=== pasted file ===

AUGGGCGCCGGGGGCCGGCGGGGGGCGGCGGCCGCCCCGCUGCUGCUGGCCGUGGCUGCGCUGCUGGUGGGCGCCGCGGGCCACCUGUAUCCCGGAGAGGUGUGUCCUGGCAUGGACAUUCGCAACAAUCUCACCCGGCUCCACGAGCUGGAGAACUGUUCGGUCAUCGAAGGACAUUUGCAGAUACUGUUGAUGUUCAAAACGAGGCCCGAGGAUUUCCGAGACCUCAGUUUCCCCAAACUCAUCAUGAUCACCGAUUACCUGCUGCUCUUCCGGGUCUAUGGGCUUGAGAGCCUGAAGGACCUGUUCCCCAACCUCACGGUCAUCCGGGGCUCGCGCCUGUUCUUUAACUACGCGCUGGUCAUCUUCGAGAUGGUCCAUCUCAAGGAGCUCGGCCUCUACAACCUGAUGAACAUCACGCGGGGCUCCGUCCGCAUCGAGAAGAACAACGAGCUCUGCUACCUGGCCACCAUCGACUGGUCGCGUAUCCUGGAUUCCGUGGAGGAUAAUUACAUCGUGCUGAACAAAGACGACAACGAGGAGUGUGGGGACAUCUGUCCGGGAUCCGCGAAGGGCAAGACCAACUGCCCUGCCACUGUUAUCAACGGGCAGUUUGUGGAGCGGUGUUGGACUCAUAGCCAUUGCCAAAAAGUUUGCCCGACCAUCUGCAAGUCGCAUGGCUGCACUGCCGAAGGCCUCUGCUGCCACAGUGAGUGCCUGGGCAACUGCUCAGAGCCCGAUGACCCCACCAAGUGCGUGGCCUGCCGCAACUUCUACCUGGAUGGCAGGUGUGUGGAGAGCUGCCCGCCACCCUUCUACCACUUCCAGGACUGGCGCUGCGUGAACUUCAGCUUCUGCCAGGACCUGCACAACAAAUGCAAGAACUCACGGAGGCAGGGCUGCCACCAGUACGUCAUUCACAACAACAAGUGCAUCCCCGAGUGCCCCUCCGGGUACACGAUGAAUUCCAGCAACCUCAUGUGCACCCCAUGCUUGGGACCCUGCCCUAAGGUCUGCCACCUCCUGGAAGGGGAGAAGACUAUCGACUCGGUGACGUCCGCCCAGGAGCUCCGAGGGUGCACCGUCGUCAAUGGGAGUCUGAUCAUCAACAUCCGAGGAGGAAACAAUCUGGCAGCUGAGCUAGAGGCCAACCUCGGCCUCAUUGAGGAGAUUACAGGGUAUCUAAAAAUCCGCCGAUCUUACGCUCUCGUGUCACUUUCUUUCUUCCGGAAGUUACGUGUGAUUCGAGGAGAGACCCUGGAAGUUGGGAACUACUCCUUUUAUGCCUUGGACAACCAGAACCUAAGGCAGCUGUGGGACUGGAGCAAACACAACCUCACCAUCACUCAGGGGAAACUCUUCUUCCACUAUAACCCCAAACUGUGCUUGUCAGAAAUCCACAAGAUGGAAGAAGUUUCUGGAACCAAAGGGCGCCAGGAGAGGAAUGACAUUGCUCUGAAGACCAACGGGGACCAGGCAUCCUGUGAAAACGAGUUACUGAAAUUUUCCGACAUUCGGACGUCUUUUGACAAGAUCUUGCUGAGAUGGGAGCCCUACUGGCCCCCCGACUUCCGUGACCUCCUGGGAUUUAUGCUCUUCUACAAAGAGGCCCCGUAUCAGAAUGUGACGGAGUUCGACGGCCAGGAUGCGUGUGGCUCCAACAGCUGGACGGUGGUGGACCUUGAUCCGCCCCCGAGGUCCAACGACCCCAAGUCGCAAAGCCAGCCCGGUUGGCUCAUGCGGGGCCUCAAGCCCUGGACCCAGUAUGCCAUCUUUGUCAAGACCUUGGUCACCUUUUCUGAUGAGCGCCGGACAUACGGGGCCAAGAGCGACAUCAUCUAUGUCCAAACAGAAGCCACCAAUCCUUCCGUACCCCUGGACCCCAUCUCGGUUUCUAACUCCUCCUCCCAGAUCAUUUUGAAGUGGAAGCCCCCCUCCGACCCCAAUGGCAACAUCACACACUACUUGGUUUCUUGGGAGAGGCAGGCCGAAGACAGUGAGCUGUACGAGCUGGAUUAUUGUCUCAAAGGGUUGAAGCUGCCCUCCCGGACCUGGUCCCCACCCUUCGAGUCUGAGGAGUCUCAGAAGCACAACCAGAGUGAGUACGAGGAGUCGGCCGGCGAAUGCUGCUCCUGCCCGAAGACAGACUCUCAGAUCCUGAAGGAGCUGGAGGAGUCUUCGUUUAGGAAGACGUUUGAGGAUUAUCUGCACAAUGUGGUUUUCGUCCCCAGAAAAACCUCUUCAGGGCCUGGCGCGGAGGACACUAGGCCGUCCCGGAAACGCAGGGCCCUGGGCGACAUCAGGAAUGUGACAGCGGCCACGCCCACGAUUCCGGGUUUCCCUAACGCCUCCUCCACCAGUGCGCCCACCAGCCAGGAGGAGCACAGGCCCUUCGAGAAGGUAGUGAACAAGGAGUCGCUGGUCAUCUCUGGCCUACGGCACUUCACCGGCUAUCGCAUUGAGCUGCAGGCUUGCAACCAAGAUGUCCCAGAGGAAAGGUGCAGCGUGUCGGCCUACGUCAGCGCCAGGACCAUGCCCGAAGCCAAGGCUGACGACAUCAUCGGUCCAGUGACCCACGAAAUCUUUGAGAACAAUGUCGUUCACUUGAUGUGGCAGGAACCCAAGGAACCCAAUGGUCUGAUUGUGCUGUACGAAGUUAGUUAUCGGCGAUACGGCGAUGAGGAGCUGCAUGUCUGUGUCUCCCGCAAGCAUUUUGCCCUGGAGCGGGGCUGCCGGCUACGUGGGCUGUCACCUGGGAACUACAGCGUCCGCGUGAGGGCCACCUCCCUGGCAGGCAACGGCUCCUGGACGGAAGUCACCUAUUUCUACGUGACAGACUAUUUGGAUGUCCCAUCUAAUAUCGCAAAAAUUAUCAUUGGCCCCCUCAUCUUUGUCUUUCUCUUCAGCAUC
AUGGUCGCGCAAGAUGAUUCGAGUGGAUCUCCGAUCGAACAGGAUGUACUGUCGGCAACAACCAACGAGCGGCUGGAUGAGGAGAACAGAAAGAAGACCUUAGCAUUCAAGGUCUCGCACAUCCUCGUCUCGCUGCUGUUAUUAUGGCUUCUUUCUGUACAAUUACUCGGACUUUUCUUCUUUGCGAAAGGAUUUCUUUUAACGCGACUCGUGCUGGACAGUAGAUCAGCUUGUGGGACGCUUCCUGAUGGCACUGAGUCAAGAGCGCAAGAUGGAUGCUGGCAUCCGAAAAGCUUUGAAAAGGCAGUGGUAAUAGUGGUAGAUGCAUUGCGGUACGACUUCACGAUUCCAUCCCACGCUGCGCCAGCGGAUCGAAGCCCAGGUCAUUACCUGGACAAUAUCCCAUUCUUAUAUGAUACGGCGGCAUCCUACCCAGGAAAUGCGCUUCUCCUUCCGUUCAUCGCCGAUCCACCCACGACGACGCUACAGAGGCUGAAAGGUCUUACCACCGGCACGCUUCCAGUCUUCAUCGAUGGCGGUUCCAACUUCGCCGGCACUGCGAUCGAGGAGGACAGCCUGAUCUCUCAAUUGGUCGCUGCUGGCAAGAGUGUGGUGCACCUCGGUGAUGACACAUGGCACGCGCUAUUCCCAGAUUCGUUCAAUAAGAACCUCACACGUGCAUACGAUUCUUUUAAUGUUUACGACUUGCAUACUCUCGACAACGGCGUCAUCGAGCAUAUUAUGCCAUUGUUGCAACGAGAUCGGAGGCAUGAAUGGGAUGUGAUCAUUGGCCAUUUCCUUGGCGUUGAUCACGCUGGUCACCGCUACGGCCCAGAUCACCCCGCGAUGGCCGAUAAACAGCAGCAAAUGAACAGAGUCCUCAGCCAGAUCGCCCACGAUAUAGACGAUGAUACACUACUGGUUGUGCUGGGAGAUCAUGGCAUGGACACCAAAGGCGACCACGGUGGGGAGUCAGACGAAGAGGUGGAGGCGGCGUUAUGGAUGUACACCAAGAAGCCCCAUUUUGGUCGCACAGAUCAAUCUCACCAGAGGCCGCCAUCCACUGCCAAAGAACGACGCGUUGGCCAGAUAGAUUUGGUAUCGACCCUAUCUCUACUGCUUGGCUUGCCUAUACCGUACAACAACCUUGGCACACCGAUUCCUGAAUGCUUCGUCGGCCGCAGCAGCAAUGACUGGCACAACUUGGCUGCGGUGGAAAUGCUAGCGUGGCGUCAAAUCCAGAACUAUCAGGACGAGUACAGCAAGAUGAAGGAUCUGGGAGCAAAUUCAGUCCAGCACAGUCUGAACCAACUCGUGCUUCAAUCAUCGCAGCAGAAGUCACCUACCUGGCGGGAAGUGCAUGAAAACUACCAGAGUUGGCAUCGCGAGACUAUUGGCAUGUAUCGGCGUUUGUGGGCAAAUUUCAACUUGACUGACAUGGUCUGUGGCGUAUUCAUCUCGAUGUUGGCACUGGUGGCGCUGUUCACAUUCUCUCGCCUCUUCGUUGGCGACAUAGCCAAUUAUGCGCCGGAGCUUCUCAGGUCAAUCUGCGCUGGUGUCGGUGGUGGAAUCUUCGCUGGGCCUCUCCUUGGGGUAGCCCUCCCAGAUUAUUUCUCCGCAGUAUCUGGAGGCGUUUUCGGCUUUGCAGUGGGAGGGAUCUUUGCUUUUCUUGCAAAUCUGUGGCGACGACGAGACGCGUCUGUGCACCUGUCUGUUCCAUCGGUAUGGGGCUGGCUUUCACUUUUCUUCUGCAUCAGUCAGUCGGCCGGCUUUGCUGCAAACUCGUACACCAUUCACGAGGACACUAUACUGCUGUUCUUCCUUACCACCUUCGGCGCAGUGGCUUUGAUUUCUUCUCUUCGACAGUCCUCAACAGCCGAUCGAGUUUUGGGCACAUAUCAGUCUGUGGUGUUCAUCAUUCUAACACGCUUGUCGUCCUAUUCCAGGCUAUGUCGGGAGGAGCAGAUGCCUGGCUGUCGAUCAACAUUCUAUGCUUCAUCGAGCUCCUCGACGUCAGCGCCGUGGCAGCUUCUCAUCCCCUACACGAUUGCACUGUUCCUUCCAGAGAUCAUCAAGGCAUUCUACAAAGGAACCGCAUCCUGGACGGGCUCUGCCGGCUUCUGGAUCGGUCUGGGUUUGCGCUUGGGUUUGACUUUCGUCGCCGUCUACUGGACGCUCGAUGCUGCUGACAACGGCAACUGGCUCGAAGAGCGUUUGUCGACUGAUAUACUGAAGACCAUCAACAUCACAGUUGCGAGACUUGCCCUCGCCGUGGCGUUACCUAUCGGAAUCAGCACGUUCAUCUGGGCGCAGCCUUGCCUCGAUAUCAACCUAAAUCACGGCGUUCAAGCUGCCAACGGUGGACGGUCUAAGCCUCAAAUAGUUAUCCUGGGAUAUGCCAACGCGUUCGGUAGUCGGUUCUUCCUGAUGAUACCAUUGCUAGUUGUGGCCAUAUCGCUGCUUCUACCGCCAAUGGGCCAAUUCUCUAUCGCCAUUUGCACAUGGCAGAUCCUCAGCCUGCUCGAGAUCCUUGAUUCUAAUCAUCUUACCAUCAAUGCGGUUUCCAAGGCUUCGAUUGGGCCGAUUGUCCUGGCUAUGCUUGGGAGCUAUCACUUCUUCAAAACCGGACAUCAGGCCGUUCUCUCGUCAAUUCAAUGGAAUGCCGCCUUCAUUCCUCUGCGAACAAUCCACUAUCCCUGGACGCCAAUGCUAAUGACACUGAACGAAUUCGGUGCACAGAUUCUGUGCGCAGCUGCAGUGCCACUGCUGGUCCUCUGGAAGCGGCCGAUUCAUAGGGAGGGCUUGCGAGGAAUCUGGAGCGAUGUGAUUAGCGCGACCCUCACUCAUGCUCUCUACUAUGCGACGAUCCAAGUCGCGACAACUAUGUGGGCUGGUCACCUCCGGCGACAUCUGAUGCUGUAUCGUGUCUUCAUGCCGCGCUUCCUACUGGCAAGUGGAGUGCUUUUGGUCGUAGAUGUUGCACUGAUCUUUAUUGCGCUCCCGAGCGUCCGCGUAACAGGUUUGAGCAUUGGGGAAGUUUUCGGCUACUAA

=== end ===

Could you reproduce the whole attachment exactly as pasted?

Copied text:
AUGGGCGCCGGGGGCCGGCGGGGGGCGGCGGCCGCCCCGCUGCUGCUGGCCGUGGCUGCGCUGCUGGUGGGCGCCGCGGGCCACCUGUAUCCCGGAGAGGUGUGUCCUGGCAUGGACAUUCGCAACAAUCUCACCCGGCUCCACGAGCUGGAGAACUGUUCGGUCAUCGAAGGACAUUUGCAGAUACUGUUGAUGUUCAAAACGAGGCCCGAGGAUUUCCGAGACCUCAGUUUCCCCAAACUCAUCAUGAUCACCGAUUACCUGCUGCUCUUCCGGGUCUAUGGGCUUGAGAGCCUGAAGGACCUGUUCCCCAACCUCACGGUCAUCCGGGGCUCGCGCCUGUUCUUUAACUACGCGCUGGUCAUCUUCGAGAUGGUCCAUCUCAAGGAGCUCGGCCUCUACAACCUGAUGAACAUCACGCGGGGCUCCGUCCGCAUCGAGAAGAACAACGAGCUCUGCUACCUGGCCACCAUCGACUGGUCGCGUAUCCUGGAUUCCGUGGAGGAUAAUUACAUCGUGCUGAACAAAGACGACAACGAGGAGUGUGGGGACAUCUGUCCGGGAUCCGCGAAGGGCAAGACCAACUGCCCUGCCACUGUUAUCAACGGGCAGUUUGUGGAGCGGUGUUGGACUCAUAGCCAUUGCCAAAAAGUUUGCCCGACCAUCUGCAAGUCGCAUGGCUGCACUGCCGAAGGCCUCUGCUGCCACAGUGAGUGCCUGGGCAACUGCUCAGAGCCCGAUGACCCCACCAAGUGCGUGGCCUGCCGCAACUUCUACCUGGAUGGCAGGUGUGUGGAGAGCUGCCCGCCACCCUUCUACCACUUCCAGGACUGGCGCUGCGUGAACUUCAGCUUCUGCCAGGACCUGCACAACAAAUGCAAGAACUCACGGAGGCAGGGCUGCCACCAGUACGUCAUUCACAACAACAAGUGCAUCCCCGAGUGCCCCUCCGGGUACACGAUGAAUUCCAGCAACCUCAUGUGCACCCCAUGCUUGGGACCCUGCCCUAAGGUCUGCCACCUCCUGGAAGGGGAGAAGACUAUCGACUCGGUGACGUCCGCCCAGGAGCUCCGAGGGUGCACCGUCGUCAAUGGGAGUCUGAUCAUCAACAUCCGAGGAGGAAACAAUCUGGCAGCUGAGCUAGAGGCCAACCUCGGCCUCAUUGAGGAGAUUACAGGGUAUCUAAAAAUCCGCCGAUCUUACGCUCUCGUGUCACUUUCUUUCUUCCGGAAGUUACGUGUGAUUCGAGGAGAGACCCUGGAAGUUGGGAACUACUCCUUUUAUGCCUUGGACAACCAGAACCUAAGGCAGCUGUGGGACUGGAGCAAACACAACCUCACCAUCACUCAGGGGAAACUCUUCUUCCACUAUAACCCCAAACUGUGCUUGUCAGAAAUCCACAAGAUGGAAGAAGUUUCUGGAACCAAAGGGCGCCAGGAGAGGAAUGACAUUGCUCUGAAGACCAACGGGGACCAGGCAUCCUGUGAAAACGAGUUACUGAAAUUUUCCGACAUUCGGACGUCUUUUGACAAGAUCUUGCUGAGAUGGGAGCCCUACUGGCCCCCCGACUUCCGUGACCUCCUGGGAUUUAUGCUCUUCUACAAAGAGGCCCCGUAUCAGAAUGUGACGGAGUUCGACGGCCAGGAUGCGUGUGGCUCCAACAGCUGGACGGUGGUGGACCUUGAUCCGCCCCCGAGGUCCAACGACCCCAAGUCGCAAAGCCAGCCCGGUUGGCUCAUGCGGGGCCUCAAGCCCUGGACCCAGUAUGCCAUCUUUGUCAAGACCUUGGUCACCUUUUCUGAUGAGCGCCGGACAUACGGGGCCAAGAGCGACAUCAUCUAUGUCCAAACAGAAGCCACCAAUCCUUCCGUACCCCUGGACCCCAUCUCGGUUUCUAACUCCUCCUCCCAGAUCAUUUUGAAGUGGAAGCCCCCCUCCGACCCCAAUGGCAACAUCACACACUACUUGGUUUCUUGGGAGAGGCAGGCCGAAGACAGUGAGCUGUACGAGCUGGAUUAUUGUCUCAAAGGGUUGAAGCUGCCCUCCCGGACCUGGUCCCCACCCUUCGAGUCUGAGGAGUCUCAGAAGCACAACCAGAGUGAGUACGAGGAGUCGGCCGGCGAAUGCUGCUCCUGCCCGAAGACAGACUCUCAGAUCCUGAAGGAGCUGGAGGAGUCUUCGUUUAGGAAGACGUUUGAGGAUUAUCUGCACAAUGUGGUUUUCGUCCCCAGAAAAACCUCUUCAGGGCCUGGCGCGGAGGACACUAGGCCGUCCCGGAAACGCAGGGCCCUGGGCGACAUCAGGAAUGUGACAGCGGCCACGCCCACGAUUCCGGGUUUCCCUAACGCCUCCUCCACCAGUGCGCCCACCAGCCAGGAGGAGCACAGGCCCUUCGAGAAGGUAGUGAACAAGGAGUCGCUGGUCAUCUCUGGCCUACGGCACUUCACCGGCUAUCGCAUUGAGCUGCAGGCUUGCAACCAAGAUGUCCCAGAGGAAAGGUGCAGCGUGUCGGCCUACGUCAGCGCCAGGACCAUGCCCGAAGCCAAGGCUGACGACAUCAUCGGUCCAGUGACCCACGAAAUCUUUGAGAACAAUGUCGUUCACUUGAUGUGGCAGGAACCCAAGGAACCCAAUGGUCUGAUUGUGCUGUACGAAGUUAGUUAUCGGCGAUACGGCGAUGAGGAGCUGCAUGUCUGUGUCUCCCGCAAGCAUUUUGCCCUGGAGCGGGGCUGCCGGCUACGUGGGCUGUCACCUGGGAACUACAGCGUCCGCGUGAGGGCCACCUCCCUGGCAGGCAACGGCUCCUGGACGGAAGUCACCUAUUUCUACGUGACAGACUAUUUGGAUGUCCCAUCUAAUAUCGCAAAAAUUAUCAUUGGCCCCCUCAUCUUUGUCUUUCUCUUCAGCAUC
AUGGUCGCGCAAGAUGAUUCGAGUGGAUCUCCGAUCGAACAGGAUGUACUGUCGGCAACAACCAACGAGCGGCUGGAUGAGGAGAACAGAAAGAAGACCUUAGCAUUCAAGGUCUCGCACAUCCUCGUCUCGCUGCUGUUAUUAUGGCUUCUUUCUGUACAAUUACUCGGACUUUUCUUCUUUGCGAAAGGAUUUCUUUUAACGCGACUCGUGCUGGACAGUAGAUCAGCUUGUGGGACGCUUCCUGAUGGCACUGAGUCAAGAGCGCAAGAUGGAUGCUGGCAUCCGAAAAGCUUUGAAAAGGCAGUGGUAAUAGUGGUAGAUGCAUUGCGGUACGACUUCACGAUUCCAUCCCACGCUGCGCCAGCGGAUCGAAGCCCAGGUCAUUACCUGGACAAUAUCCCAUUCUUAUAUGAUACGGCGGCAUCCUACCCAGGAAAUGCGCUUCUCCUUCCGUUCAUCGCCGAUCCACCCACGACGACGCUACAGAGGCUGAAAGGUCUUACCACCGGCACGCUUCCAGUCUUCAUCGAUGGCGGUUCCAACUUCGCCGGCACUGCGAUCGAGGAGGACAGCCUGAUCUCUCAAUUGGUCGCUGCUGGCAAGAGUGUGGUGCACCUCGGUGAUGACACAUGGCACGCGCUAUUCCCAGAUUCGUUCAAUAAGAACCUCACACGUGCAUACGAUUCUUUUAAUGUUUACGACUUGCAUACUCUCGACAACGGCGUCAUCGAGCAUAUUAUGCCAUUGUUGCAACGAGAUCGGAGGCAUGAAUGGGAUGUGAUCAUUGGCCAUUUCCUUGGCGUUGAUCACGCUGGUCACCGCUACGGCCCAGAUCACCCCGCGAUGGCCGAUAAACAGCAGCAAAUGAACAGAGUCCUCAGCCAGAUCGCCCACGAUAUAGACGAUGAUACACUACUGGUUGUGCUGGGAGAUCAUGGCAUGGACACCAAAGGCGACCACGGUGGGGAGUCAGACGAAGAGGUGGAGGCGGCGUUAUGGAUGUACACCAAGAAGCCCCAUUUUGGUCGCACAGAUCAAUCUCACCAGAGGCCGCCAUCCACUGCCAAAGAACGACGCGUUGGCCAGAUAGAUUUGGUAUCGACCCUAUCUCUACUGCUUGGCUUGCCUAUACCGUACAACAACCUUGGCACACCGAUUCCUGAAUGCUUCGUCGGCCGCAGCAGCAAUGACUGGCACAACUUGGCUGCGGUGGAAAUGCUAGCGUGGCGUCAAAUCCAGAACUAUCAGGACGAGUACAGCAAGAUGAAGGAUCUGGGAGCAAAUUCAGUCCAGCACAGUCUGAACCAACUCGUGCUUCAAUCAUCGCAGCAGAAGUCACCUACCUGGCGGGAAGUGCAUGAAAACUACCAGAGUUGGCAUCGCGAGACUAUUGGCAUGUAUCGGCGUUUGUGGGCAAAUUUCAACUUGACUGACAUGGUCUGUGGCGUAUUCAUCUCGAUGUUGGCACUGGUGGCGCUGUUCACAUUCUCUCGCCUCUUCGUUGGCGACAUAGCCAAUUAUGCGCCGGAGCUUCUCAGGUCAAUCUGCGCUGGUGUCGGUGGUGGAAUCUUCGCUGGGCCUCUCCUUGGGGUAGCCCUCCCAGAUUAUUUCUCCGCAGUAUCUGGAGGCGUUUUCGGCUUUGCAGUGGGAGGGAUCUUUGCUUUUCUUGCAAAUCUGUGGCGACGACGAGACGCGUCUGUGCACCUGUCUGUUCCAUCGGUAUGGGGCUGGCUUUCACUUUUCUUCUGCAUCAGUCAGUCGGCCGGCUUUGCUGCAAACUCGUACACCAUUCACGAGGACACUAUACUGCUGUUCUUCCUUACCACCUUCGGCGCAGUGGCUUUGAUUUCUUCUCUUCGACAGUCCUCAACAGCCGAUCGAGUUUUGGGCACAUAUCAGUCUGUGGUGUUCAUCAUUCUAACACGCUUGUCGUCCUAUUCCAGGCUAUGUCGGGAGGAGCAGAUGCCUGGCUGUCGAUCAACAUUCUAUGCUUCAUCGAGCUCCUCGACGUCAGCGCCGUGGCAGCUUCUCAUCCCCUACACGAUUGCACUGUUCCUUCCAGAGAUCAUCAAGGCAUUCUACAAAGGAACCGCAUCCUGGACGGGCUCUGCCGGCUUCUGGAUCGGUCUGGGUUUGCGCUUGGGUUUGACUUUCGUCGCCGUCUACUGGACGCUCGAUGCUGCUGACAACGGCAACUGGCUCGAAGAGCGUUUGUCGACUGAUAUACUGAAGACCAUCAACAUCACAGUUGCGAGACUUGCCCUCGCCGUGGCGUUACCUAUCGGAAUCAGCACGUUCAUCUGGGCGCAGCCUUGCCUCGAUAUCAACCUAAAUCACGGCGUUCAAGCUGCCAACGGUGGACGGUCUAAGCCUCAAAUAGUUAUCCUGGGAUAUGCCAACGCGUUCGGUAGUCGGUUCUUCCUGAUGAUACCAUUGCUAGUUGUGGCCAUAUCGCUGCUUCUACCGCCAAUGGGCCAAUUCUCUAUCGCCAUUUGCACAUGGCAGAUCCUCAGCCUGCUCGAGAUCCUUGAUUCUAAUCAUCUUACCAUCAAUGCGGUUUCCAAGGCUUCGAUUGGGCCGAUUGUCCUGGCUAUGCUUGGGAGCUAUCACUUCUUCAAAACCGGACAUCAGGCCGUUCUCUCGUCAAUUCAAUGGAAUGCCGCCUUCAUUCCUCUGCGAACAAUCCACUAUCCCUGGACGCCAAUGCUAAUGACACUGAACGAAUUCGGUGCACAGAUUCUGUGCGCAGCUGCAGUGCCACUGCUGGUCCUCUGGAAGCGGCCGAUUCAUAGGGAGGGCUUGCGAGGAAUCUGGAGCGAUGUGAUUAGCGCGACCCUCACUCAUGCUCUCUACUAUGCGACGAUCCAAGUCGCGACAACUAUGUGGGCUGGUCACCUCCGGCGACAUCUGAUGCUGUAUCGUGUCUUCAUGCCGCGCUUCCUACUGGCAAGUGGAGUGCUUUUGGUCGUAGAUGUUGCACUGAUCUUUAUUGCGCUCCCGAGCGUCCGCGUAACAGGUUUGAGCAUUGGGGAAGUUUUCGGCUACUAA